Curiosity used its scoop to collect a sample of Martian soil at an area called Rocknest. The fifth scoop was fed into an instrument called SAM, which determined that there is a high percentage of water in Martian soil.
A tidal wave of data from samples of Martian soil and rock analyzed by the Curiosity rover was released Thursday in a series of five reports.
The findings center on a pyramid-shaped rock named "Jack_M" and scoops of material taken from a sand dune called Rocknest, where Curiosity spent about one month hanging out last September.
The information is exciting because "scientists used all of the instruments on Curiosity in one place," said David Blake, the lead author of one paper published in Science and the principal investigator for Curiosity's ChemMin instrument.
That makes this the most well-studied area on Mars, using the car-size robot.
"We know the elemental composition of the material from a tool called the Alpha Particle X-ray Spectrometer. We know the minerals in the material from the ChemMin X-ray, and we know the volatiles in the material from an instrument called the Sample Analysis at Mars (SAM)," explains Blake.
In one study, scientists found about 2% water from a scoop of soil collected at Rocknest. The material was fed into SAM and heated to 1,535 degrees Fahrenheit to release gases. These gases tell the scientists how much water was in the sample to begin with.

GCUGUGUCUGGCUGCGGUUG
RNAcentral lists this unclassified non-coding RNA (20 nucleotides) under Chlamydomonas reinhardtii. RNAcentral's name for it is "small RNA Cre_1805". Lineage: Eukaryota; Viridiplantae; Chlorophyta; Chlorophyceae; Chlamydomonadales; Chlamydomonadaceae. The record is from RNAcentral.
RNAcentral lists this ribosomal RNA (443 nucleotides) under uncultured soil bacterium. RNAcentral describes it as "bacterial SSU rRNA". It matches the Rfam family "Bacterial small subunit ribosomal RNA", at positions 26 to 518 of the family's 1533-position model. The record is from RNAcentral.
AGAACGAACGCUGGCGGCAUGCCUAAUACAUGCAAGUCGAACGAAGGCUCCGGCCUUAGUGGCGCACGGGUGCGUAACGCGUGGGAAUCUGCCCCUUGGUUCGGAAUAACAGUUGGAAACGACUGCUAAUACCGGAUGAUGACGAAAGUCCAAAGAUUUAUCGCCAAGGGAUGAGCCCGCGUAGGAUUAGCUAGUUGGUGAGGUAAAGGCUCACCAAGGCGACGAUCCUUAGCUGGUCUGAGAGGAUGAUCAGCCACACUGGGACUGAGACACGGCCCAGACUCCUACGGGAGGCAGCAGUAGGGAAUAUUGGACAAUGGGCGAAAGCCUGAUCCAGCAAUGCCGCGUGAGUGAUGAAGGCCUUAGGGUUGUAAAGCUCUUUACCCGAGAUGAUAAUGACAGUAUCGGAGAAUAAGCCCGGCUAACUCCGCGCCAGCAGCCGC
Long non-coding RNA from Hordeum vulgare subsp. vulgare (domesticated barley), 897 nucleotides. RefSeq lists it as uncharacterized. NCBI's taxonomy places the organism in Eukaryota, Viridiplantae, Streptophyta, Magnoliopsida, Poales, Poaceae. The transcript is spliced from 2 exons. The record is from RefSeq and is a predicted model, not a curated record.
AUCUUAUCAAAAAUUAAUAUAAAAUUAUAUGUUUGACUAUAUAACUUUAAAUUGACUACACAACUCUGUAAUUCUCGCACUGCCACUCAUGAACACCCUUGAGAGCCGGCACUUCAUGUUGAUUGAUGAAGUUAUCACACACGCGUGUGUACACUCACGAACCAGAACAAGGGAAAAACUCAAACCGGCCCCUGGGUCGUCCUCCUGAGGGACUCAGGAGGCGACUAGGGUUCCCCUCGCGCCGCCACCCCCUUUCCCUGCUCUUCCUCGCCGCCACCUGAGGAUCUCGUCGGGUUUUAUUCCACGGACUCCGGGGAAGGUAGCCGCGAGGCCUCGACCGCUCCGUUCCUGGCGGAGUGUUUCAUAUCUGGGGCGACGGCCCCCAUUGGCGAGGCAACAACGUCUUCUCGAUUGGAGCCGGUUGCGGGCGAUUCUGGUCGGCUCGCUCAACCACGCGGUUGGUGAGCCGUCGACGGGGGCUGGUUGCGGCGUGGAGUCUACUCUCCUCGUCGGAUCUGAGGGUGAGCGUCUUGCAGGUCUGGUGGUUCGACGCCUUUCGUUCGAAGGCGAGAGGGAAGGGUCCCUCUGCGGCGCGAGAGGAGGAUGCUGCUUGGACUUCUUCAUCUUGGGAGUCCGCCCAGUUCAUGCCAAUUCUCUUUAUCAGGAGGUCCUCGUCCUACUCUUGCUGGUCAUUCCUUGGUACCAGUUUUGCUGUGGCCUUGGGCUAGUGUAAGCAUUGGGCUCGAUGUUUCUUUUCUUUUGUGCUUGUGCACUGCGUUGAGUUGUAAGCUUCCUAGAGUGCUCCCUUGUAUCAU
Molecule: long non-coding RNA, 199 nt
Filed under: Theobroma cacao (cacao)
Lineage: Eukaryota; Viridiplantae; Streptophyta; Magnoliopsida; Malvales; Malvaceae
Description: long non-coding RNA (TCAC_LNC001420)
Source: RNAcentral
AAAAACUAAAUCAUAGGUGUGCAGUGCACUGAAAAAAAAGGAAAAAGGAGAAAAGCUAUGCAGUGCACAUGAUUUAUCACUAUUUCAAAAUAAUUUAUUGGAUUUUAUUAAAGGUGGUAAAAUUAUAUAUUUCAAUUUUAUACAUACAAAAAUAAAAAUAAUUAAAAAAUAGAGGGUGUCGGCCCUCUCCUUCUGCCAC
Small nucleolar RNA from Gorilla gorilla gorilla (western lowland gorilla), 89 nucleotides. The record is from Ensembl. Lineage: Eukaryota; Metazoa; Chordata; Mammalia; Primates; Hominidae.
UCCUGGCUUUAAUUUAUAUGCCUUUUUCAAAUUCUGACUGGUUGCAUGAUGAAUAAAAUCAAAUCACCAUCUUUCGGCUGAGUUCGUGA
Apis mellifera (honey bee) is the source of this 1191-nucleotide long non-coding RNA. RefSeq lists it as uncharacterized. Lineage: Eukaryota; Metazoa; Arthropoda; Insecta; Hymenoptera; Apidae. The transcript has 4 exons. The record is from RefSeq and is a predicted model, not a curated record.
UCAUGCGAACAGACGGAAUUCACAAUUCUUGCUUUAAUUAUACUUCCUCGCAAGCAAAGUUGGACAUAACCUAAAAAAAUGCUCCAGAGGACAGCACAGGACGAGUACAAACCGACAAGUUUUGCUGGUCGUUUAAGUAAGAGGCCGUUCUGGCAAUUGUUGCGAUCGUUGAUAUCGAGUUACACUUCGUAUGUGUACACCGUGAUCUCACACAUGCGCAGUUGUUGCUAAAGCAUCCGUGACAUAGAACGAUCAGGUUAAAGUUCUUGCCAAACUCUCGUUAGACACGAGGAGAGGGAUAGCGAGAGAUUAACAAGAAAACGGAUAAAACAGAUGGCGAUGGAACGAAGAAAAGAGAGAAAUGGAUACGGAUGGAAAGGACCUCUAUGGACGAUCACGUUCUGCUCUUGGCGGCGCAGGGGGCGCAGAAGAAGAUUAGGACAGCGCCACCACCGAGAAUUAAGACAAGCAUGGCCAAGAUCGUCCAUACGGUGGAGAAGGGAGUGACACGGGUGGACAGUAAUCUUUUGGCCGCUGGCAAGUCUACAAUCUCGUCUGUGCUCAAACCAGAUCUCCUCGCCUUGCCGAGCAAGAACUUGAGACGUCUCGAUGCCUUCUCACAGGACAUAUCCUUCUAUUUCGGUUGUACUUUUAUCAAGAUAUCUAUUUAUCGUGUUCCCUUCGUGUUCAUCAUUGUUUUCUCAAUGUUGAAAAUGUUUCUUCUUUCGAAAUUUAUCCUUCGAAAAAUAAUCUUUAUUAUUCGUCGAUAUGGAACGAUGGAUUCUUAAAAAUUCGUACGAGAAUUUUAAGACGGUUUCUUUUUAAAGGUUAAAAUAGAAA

Mars is unique because the chemical composition of the soil is pretty much the same around the entire planet — so it's a good bet that soil in any given area is similar to soil in other areas. "It's likely that the conclusions that we draw from this material will be similar to soil found on all of Mars," said Blake.
The finding is good news for when we send people to Mars since "they could scoop up the soil anywhere on the surface, heat it just a bit, and obtain water," the study's lead author Laurie Leshin, said in a statement.
In another study, scientists learned that a rock named "Jake_M" represents a previously unknown type of Martian magma.
"Jake_M compares very closely with an uncommon terrestrial rock type known as a mugearite, typically found on ocean islands and in rift zones," Curiosity chief scientist John Grotzinger wrote in an introduction to the series of reports. "It probably originates from magmas generated by low degrees of partial melting at high pressure of possibly water-rich, chemically altered martian mantle that is different from the sources of other known martian basalts."
Since mugearites are formed in the presence of water on Earth, this adds to the growing body of research that there could be water deep beneath the surface of Mars.
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